During the “CodeNEXT” process, many Austin homeowners raised concerns that the new regulations would make existing single-family homes “non-conforming.” These concerns included not only potential limitations on expansions or alterations, but also impacts that the label “nonconforming” may have on individual properties. For some homeowners, the new policy direction approved by Council heightened these concerns by directing that, within the transition areas, the new code should require “properties zoned for multi-family develop with multi-family and not single-family structures (page 7; 1, h, iii)." This would mean that, rather than simply not complying with a size or setback restriction, use of the property for a single-family home could become non-conforming.
In recognition of these concerns, Council’s policy direction requires that the new code “make allowances for existing single-family structures that become non-conforming to be maintained, remodeled, and potentially expanded, so long as they are not demolished or substantially rebuilt (page 7; 1, h, iii)." To implement this directive, staff plans to recommend two key provisions in the “Land Development Code Revision” planned for release in October.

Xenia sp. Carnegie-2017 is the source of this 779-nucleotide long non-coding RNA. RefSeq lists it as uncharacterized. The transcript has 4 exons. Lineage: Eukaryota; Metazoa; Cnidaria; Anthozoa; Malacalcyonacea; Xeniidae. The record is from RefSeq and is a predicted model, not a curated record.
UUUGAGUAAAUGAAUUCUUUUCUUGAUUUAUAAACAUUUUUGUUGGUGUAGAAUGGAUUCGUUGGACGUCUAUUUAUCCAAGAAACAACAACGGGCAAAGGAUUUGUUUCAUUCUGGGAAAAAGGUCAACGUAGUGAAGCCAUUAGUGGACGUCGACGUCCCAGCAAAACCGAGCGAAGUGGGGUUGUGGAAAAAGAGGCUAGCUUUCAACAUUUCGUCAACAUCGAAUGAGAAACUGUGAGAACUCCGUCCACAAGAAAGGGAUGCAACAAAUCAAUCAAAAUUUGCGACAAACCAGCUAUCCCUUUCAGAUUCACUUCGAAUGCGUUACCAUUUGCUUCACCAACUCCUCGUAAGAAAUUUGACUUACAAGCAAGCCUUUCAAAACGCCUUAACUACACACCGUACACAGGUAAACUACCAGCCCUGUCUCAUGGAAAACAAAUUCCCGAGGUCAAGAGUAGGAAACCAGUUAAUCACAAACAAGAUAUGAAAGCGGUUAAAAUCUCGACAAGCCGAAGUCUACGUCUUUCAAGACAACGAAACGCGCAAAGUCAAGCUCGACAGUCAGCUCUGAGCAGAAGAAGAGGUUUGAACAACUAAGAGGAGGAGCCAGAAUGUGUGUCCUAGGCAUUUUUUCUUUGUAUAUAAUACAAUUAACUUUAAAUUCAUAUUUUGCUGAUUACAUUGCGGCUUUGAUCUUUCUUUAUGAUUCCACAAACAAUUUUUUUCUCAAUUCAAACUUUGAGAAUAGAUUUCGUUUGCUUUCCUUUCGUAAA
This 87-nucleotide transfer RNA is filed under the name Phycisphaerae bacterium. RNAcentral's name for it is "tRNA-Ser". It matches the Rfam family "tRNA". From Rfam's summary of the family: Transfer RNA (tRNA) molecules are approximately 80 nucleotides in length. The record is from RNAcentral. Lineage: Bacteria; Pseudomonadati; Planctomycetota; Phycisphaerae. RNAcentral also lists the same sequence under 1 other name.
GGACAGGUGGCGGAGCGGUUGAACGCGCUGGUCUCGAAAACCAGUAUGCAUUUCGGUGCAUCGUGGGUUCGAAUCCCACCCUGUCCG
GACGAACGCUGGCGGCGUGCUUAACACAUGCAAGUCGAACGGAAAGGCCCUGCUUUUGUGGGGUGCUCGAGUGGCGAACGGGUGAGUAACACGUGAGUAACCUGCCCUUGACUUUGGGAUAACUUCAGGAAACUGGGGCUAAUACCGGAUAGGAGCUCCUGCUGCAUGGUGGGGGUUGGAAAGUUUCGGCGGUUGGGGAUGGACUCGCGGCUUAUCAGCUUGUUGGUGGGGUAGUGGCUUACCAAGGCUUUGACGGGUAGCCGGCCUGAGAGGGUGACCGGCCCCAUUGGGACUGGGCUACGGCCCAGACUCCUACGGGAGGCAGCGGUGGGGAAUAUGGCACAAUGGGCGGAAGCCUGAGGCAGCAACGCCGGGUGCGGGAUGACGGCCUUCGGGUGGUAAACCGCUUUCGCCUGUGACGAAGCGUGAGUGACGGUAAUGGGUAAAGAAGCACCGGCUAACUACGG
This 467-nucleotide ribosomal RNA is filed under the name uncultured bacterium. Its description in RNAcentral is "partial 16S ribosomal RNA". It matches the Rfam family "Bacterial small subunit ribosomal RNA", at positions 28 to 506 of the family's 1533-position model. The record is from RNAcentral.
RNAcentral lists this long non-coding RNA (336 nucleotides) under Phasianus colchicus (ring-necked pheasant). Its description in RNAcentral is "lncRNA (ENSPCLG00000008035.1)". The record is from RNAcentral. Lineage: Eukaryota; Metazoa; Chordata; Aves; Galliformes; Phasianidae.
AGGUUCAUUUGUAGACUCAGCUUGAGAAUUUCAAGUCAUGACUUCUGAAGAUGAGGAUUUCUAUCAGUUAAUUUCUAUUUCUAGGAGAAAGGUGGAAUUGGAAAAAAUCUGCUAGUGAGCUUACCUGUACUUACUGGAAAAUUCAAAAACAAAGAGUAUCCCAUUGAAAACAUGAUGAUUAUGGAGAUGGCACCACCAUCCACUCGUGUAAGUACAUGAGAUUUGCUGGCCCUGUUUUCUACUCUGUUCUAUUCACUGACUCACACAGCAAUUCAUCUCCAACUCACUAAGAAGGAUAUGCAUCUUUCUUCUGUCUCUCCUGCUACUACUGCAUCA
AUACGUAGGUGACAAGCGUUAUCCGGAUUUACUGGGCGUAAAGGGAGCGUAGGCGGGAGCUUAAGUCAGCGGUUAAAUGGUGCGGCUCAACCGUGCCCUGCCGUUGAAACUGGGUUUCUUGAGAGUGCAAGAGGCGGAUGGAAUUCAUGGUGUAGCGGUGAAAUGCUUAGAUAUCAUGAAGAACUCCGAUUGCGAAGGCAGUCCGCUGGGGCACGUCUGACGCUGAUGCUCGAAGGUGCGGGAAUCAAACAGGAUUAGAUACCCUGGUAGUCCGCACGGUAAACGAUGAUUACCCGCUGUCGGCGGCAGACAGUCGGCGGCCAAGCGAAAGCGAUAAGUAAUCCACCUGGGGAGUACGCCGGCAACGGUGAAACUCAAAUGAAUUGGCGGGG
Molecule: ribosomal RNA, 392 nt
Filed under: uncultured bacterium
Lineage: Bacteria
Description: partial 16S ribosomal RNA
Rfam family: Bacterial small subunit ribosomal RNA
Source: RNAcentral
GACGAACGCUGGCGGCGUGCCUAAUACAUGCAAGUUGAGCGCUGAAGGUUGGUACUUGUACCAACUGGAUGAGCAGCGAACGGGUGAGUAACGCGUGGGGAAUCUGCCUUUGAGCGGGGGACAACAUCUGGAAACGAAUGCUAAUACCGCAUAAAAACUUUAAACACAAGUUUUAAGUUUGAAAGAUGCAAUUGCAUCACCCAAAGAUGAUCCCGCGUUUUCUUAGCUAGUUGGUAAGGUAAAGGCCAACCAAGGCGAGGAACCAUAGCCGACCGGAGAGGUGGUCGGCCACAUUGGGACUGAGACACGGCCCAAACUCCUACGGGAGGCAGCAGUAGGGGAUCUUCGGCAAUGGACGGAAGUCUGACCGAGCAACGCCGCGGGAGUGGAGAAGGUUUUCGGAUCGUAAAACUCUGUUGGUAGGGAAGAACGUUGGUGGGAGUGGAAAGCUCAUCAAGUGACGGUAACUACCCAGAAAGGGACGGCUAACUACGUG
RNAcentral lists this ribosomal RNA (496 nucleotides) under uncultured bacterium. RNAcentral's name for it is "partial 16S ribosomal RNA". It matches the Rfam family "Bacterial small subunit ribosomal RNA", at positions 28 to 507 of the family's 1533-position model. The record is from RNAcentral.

The first provision would allow existing single-family homes in transition areas to be expanded and modified to the full extent allowed under the regulations that apply to areas zoned for single-family uses. The right to continue using the property as a single-family home would not be affected unless the existing structure was intentionally demolished or converted to another use.
Second, rather than using the term “non-conforming,” existing single-family homes in transition areas would be classified as a new category of compliant residential use. We believe this approach addresses concerns raised by homeowners regarding the impact of applying the “nonconforming” designation to existing single-family homes.